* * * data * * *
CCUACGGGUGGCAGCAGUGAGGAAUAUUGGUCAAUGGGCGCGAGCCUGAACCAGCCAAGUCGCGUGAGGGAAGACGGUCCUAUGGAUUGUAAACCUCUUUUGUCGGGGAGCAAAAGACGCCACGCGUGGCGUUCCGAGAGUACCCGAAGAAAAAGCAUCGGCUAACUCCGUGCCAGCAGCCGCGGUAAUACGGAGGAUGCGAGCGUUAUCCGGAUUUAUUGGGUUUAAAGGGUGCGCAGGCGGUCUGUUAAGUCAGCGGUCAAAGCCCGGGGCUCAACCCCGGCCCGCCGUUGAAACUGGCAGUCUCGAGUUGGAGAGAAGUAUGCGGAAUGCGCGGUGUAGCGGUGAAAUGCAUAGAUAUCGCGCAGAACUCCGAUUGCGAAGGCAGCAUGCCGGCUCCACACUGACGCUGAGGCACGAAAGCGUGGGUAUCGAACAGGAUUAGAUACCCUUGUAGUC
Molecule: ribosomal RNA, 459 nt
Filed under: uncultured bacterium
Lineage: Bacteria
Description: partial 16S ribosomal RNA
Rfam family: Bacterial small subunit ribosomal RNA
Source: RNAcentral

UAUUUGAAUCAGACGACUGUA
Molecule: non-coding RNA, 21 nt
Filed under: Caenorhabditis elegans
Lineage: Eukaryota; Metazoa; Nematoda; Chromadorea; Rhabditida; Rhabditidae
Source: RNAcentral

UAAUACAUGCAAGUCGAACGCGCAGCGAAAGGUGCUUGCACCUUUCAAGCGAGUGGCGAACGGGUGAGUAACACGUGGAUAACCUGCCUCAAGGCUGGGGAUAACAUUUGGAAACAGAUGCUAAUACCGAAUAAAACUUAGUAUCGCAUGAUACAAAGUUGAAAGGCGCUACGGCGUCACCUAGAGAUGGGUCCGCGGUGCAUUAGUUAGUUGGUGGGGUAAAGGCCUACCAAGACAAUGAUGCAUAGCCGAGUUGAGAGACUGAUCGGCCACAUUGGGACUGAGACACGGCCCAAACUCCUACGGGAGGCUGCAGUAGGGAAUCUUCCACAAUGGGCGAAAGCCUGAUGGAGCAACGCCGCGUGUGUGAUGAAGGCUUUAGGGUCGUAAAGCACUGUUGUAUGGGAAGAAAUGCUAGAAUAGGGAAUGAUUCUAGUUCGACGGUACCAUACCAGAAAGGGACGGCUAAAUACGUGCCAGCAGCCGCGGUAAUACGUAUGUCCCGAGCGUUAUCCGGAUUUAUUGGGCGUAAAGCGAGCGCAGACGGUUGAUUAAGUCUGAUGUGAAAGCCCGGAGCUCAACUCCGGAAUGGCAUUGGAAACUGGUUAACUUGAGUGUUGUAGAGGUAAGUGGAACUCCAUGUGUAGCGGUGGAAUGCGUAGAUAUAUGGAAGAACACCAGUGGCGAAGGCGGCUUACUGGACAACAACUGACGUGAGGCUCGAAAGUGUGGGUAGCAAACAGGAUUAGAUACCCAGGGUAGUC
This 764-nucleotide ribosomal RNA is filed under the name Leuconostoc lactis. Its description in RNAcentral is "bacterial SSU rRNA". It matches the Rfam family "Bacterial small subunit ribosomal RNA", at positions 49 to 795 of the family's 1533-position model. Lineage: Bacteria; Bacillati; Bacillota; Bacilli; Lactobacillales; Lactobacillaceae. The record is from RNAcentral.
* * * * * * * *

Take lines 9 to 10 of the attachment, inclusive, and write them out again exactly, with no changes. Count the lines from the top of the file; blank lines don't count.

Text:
Molecule: non-coding RNA, 21 nt
Filed under: Caenorhabditis elegans